If you really want to hear about it, the first thing you'll probably want to know is where I was born and what my lousy childhood was like, and how my parents were occupied and all before they had me, and all that David Copperfield kind of crap, but I don't feel like going into it, if you want to know the truth.

That is easily one of the saddest, most p
Big Red
May 08, 2008 rated it it was amazing
J.D. Salinger’s ‘Catcher in the Rye’ was published on July 16, 1951. It was his first novel. It became very popular among young adolescents yet not so popular with older generations. I personally thoroughly enjoyed every part of this book. I felt very close to Holden Caulfield, the main character in the story, as I read it.
Holden Caulfield, a sixteen year old boy from New York, was quite unlike kids his age. He had no interest in being popular or social. From the very beginning he lets us into
Ahmad Sharabiani
(Book 529 from 1001 Books) - The Catcher in the Rye, J.D. Salinger

The Catcher in the Rye is a story by J. D. Salinger, first published in serial form in 1945-6 and as a novel in 1951. Story of Holden Caulfield with his idiosyncrasies, penetrating insight, confusion, sensitivity and negativism.

The hero-narrator of "The Catcher in the Rye" is an ancient child of sixteen, a native New Yorker named Holden Caulfield. Through circumstances that tend to preclude adult, secondhand description, he leave
Paul Bryant
Sep 27, 2007 rated it did not like it
Shelves: novels
A spell in the army would do that young man a power of good! Or maybe a couple of bags of heroin. Anything to stop that whining voice....
Jul 19, 2008 rated it did not like it
Shelves: literary-fiction
Reading this book was one of the biggest wastes of my time in the past twenty years. Holden Caulfield's problem is that he is the biggest phony he knows. Count the number of times he lies or behaves like someone he's not and then try to convince me otherwise. This is not a book about teenage alienation. It's about a smart-ass who can't deal with who he really is and spends almost 300 pages ranting about it - most likely to a doctor in a psych ward. ...more
Henry Avila
Nov 17, 2011 rated it really liked it
Holden Caulfield is a mixed- up cynical teenager, getting kicked out of another prestigious school, Pencey Prep, in Pennsylvania, the irony is that this obviously intelligent, privileged, 16 year- old, is somehow flunking out, why? He doesn't care about anything, especially education, bored and feeling neglected by his wealthy, New York City family . At least Caulfield passed English class, he's always reading, his big problem, he's so unmotivated, nothing seems important to this kid (set in 194 ...more
Jun 19, 2007 rated it really liked it
Shelves: classics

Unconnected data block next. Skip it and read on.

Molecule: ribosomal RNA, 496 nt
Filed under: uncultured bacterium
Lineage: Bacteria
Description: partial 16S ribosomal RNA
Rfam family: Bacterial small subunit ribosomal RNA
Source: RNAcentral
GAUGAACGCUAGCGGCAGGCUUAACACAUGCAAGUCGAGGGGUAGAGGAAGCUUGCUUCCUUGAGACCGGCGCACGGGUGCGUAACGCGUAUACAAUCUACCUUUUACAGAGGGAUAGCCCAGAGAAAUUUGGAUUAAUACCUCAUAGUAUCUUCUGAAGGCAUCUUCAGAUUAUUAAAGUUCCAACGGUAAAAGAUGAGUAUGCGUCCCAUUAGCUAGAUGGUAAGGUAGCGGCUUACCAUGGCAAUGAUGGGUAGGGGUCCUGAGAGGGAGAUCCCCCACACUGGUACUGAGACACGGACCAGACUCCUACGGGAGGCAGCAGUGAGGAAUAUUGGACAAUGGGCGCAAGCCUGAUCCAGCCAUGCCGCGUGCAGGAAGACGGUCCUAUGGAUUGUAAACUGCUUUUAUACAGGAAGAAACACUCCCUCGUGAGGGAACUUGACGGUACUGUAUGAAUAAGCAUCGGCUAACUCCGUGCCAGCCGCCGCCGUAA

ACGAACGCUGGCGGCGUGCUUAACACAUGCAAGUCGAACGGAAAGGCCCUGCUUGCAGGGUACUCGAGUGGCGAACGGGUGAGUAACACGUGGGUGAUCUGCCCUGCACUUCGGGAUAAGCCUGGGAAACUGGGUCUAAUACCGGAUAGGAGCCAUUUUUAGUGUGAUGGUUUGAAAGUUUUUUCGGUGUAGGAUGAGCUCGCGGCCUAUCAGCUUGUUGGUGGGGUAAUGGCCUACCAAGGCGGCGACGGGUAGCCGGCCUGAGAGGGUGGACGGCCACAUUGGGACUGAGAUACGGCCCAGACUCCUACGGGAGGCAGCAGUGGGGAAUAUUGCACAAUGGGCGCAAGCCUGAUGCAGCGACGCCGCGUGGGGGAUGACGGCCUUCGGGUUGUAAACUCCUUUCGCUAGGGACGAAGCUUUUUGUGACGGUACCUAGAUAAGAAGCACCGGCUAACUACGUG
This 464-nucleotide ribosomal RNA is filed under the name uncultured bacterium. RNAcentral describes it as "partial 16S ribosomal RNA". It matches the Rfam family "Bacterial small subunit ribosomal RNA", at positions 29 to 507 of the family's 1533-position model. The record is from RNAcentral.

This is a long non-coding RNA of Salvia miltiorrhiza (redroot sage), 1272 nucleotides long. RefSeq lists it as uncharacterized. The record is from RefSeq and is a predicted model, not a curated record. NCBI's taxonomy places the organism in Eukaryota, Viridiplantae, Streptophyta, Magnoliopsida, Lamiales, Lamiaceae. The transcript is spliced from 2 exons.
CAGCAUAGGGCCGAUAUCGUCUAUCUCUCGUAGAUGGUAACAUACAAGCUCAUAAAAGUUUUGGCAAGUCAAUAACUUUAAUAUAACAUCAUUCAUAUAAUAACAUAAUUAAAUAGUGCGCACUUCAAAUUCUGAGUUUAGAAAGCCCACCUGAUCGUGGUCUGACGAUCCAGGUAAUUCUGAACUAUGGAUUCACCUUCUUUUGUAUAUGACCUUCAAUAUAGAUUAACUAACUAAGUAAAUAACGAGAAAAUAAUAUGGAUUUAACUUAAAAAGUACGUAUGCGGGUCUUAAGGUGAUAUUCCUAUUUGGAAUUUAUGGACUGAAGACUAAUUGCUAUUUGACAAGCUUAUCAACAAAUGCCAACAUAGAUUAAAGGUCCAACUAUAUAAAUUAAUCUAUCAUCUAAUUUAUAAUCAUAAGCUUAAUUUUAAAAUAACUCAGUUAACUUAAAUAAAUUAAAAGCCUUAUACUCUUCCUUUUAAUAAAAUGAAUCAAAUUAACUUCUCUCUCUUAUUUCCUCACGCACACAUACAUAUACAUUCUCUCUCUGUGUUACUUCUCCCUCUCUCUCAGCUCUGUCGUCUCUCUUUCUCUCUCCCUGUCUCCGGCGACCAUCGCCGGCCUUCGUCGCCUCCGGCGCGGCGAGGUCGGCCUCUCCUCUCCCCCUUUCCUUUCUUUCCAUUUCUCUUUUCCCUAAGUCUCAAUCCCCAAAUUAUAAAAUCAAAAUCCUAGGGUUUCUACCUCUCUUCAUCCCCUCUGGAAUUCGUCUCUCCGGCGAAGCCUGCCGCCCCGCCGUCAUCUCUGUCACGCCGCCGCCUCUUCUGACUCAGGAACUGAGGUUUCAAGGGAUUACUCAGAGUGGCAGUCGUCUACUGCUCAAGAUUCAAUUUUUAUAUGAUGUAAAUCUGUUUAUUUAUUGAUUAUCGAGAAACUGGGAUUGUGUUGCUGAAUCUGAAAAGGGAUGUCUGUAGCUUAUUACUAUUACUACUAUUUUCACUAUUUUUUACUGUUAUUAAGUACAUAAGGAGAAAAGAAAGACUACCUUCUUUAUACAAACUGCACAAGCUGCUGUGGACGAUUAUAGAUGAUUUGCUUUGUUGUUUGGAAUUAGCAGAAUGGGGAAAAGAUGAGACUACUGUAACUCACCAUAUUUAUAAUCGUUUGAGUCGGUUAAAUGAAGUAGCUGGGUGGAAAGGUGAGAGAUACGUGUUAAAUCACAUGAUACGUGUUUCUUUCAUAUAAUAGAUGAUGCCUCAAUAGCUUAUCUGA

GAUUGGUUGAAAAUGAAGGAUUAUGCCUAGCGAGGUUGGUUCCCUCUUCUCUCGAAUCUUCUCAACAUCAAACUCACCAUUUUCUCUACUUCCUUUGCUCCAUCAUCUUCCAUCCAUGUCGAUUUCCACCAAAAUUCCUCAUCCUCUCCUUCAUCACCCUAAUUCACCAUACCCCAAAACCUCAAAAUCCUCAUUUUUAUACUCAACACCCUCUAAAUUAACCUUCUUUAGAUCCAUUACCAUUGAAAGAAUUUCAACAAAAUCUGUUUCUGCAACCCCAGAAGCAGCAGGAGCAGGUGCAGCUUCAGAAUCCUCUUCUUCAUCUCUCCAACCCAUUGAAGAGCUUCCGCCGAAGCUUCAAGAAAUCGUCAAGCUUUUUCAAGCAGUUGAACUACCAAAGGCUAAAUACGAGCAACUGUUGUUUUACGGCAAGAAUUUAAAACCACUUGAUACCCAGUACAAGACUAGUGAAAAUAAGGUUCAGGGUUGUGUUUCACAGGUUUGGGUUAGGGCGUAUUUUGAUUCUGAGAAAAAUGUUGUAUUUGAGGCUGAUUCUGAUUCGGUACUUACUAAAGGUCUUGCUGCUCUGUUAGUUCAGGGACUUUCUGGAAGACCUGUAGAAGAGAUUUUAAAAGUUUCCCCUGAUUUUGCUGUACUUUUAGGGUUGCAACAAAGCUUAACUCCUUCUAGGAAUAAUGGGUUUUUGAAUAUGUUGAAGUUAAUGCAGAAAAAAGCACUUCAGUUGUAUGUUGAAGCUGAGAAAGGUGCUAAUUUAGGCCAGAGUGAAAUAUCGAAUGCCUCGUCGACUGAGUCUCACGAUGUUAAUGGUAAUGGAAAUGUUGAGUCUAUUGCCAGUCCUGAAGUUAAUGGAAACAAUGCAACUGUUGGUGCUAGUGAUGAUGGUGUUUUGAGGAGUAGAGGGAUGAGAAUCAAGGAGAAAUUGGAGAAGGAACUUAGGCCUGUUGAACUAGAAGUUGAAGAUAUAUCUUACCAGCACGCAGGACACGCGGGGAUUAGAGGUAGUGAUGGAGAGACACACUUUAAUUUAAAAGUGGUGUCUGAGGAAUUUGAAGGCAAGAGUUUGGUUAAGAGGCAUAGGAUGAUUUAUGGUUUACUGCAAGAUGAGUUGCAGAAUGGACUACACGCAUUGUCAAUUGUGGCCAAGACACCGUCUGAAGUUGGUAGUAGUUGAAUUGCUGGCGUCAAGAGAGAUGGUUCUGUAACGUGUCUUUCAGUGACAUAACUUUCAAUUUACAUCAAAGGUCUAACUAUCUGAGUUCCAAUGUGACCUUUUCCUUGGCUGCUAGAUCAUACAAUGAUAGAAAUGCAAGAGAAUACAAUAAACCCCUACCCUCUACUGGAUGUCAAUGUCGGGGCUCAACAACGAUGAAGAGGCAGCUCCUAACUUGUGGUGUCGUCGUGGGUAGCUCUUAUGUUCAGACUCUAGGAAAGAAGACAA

As a child, we are protected from life. There really aren’t many choices available, and we are certainly sheltered from a lot of the harder parts of life. It seems like children don’t feel the need for meaning quite like adults do- maybe because they aren’t forced to face the daily grind. There’s boredom, but that is not what I am talking about. Kids don’t really have to compromise like adults do. As you enter adulthood you could start to see things and people as phony or fake. Maybe not people, ...more
Elle (ellexamines)
Holden Caulfield is a character many, many people hate. And trust me, I get it. He's a posturing hypocrite. He's a dick. I wanted to hit him in the face for at least a hundred pages. We know this. But he's a character that, for some strange reason, resonates with thousands of people.


Well, simply put, it's because he's written like this on purpose. But I think that doesn't quite get to the heart of it. Holden is a fifteen-year-old kid on the verge of an emotional breakdown. He's an asshole.
Sep 29, 2015 rated it really liked it
What can I say?

that hasn’t already been said?

As I write this review, there are almost 2 million ratings on Goodreads and over 36,000 reviews. My friend mark monday’s review is better than many original works.

What can I say?

I wish now that I read this sooner. I’d like to know what my perspective would be from a younger self. I did not love this book. Holden got on my nerves, and I was more than half way through before I thought I’d like it at all. I was getting apprehensive, was I going to be one
Jun 25, 2014 rated it it was amazing
Holden is the teenage mind in all its confusion, rebellion and irrationality, and in all its undefined hope for individual heroism.

If you work with teenagers, you eventually always end up asking yourself:

"WHY does s/he do that? It's not even helpful, realistic, smart, beneficial ..."

The answer is that the teenager is in a state of transition, moving from the relatively defined environment of childhood to the jungle of the adult world, and completely without tools to handle that journey. Using